If an African former child soldier moved to London, would he leave his problems behind or would they travel with him? This is the question that sparked my idea for ‘Sixteen‘. The film explores the traumas of a former child soldier not in Africa but in normal, everyday London. My intention is that the audience won’t be able to think ‘at least this is happening far away’ because the film takes place in a London that we all recognise. This isn’t a film set in postcard Britain. ‘Sixteen‘ is a film about the damaged victims of war that live unnoticed within our communities. This is why I was driven to tell this story and bring it to an audience. The writing process was difficult (it took three years and continues in the edit as we speak) as it was my first feature script and I had picked a difficult subject to explore. I had completely ignored the principle about writing from your own life for your first feature film because I wanted to get an insight into something that was completely outside of my own experience of life. I am glad that I did this now but this is why it took so long. One thing that really helped the development process of ‘Sixteen’ was being selected from 400 entries for the BAFTA Rocliffe New Writing Forum at Edinburgh Film Festival 2011. The opening 10 pages of ‘Sixteen’ were performed by professional actors in front of an industry audience and the hosts of the event were Nicola Shindler (Red Productions) and Matt Greenhalgh (Writer of Control and Nowhere Boy). I got some invaluable feedback from this process and couldn’t have written a script worth making without the insight and advice offered by the hosts and the industry audience.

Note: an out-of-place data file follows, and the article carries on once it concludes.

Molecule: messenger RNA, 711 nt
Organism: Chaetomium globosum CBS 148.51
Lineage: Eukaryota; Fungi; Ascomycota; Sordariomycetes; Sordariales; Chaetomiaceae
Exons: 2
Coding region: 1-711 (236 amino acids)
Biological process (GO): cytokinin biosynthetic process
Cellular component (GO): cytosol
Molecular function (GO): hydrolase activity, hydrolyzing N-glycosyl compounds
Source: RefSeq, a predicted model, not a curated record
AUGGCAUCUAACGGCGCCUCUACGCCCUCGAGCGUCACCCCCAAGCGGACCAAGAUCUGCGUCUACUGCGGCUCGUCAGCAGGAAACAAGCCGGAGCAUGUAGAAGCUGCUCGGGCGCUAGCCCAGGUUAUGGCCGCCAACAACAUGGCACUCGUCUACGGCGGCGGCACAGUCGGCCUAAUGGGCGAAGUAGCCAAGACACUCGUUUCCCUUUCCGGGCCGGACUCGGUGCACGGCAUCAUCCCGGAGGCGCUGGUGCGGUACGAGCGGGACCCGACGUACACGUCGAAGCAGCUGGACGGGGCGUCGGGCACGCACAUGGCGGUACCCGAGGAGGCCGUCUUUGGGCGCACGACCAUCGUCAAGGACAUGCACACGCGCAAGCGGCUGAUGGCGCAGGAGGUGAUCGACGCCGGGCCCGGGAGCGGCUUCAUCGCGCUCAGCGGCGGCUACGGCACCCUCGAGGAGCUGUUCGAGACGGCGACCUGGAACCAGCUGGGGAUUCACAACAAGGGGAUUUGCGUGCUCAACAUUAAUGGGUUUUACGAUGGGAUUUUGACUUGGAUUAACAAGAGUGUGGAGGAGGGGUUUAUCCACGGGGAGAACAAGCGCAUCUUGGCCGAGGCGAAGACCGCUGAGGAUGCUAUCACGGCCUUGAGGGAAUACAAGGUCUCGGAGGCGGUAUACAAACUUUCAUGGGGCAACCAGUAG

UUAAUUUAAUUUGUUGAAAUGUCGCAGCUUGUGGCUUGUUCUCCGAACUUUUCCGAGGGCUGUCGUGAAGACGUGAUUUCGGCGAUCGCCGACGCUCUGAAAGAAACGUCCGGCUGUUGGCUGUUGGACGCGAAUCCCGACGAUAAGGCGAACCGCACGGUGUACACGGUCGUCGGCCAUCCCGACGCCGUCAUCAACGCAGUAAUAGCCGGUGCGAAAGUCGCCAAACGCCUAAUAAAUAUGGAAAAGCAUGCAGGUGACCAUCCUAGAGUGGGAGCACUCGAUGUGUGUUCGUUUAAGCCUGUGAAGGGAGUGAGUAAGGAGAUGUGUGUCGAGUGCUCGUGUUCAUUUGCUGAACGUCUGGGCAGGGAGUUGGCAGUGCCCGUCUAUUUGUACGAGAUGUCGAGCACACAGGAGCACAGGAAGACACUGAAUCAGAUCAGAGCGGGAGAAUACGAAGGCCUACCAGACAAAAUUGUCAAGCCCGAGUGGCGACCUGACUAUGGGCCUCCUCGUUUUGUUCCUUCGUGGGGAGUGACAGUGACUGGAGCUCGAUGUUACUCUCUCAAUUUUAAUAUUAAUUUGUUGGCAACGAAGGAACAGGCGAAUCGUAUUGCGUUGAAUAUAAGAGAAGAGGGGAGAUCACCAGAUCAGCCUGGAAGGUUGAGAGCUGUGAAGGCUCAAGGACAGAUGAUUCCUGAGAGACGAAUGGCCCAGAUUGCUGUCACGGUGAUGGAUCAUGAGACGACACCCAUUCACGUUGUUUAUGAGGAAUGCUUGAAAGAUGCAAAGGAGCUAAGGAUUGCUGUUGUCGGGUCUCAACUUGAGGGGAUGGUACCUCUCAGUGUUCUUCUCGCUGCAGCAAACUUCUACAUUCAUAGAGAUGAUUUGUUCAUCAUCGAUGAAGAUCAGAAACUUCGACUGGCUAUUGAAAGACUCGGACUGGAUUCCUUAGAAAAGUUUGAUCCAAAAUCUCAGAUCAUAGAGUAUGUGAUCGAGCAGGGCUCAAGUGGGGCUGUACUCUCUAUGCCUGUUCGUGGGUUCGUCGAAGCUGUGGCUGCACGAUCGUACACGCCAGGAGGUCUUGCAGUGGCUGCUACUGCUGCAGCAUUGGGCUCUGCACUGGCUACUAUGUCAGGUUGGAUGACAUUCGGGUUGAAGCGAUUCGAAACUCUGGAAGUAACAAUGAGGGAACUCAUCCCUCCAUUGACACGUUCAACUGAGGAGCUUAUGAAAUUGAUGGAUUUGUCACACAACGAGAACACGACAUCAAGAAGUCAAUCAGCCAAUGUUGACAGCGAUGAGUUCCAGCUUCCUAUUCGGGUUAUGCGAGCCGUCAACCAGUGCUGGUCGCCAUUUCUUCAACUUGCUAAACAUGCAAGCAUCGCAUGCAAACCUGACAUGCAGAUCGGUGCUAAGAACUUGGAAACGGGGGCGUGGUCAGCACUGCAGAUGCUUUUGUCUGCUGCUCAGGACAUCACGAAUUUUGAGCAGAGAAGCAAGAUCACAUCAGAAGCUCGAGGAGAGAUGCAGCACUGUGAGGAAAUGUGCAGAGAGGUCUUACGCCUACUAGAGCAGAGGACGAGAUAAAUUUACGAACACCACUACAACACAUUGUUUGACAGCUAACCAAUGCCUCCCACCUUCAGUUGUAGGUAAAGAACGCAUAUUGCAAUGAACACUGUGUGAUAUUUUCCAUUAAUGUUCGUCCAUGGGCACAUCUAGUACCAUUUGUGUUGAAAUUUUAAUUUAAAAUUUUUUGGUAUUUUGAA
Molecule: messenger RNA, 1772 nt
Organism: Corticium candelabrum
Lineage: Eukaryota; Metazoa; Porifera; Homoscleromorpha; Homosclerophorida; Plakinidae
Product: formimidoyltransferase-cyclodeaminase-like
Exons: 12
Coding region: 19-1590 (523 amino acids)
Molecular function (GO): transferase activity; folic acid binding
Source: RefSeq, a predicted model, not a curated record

The shoot took place over 18 days in a very cold April this year. What challenges did you face during production and what were the positives gained from working on your own independent film?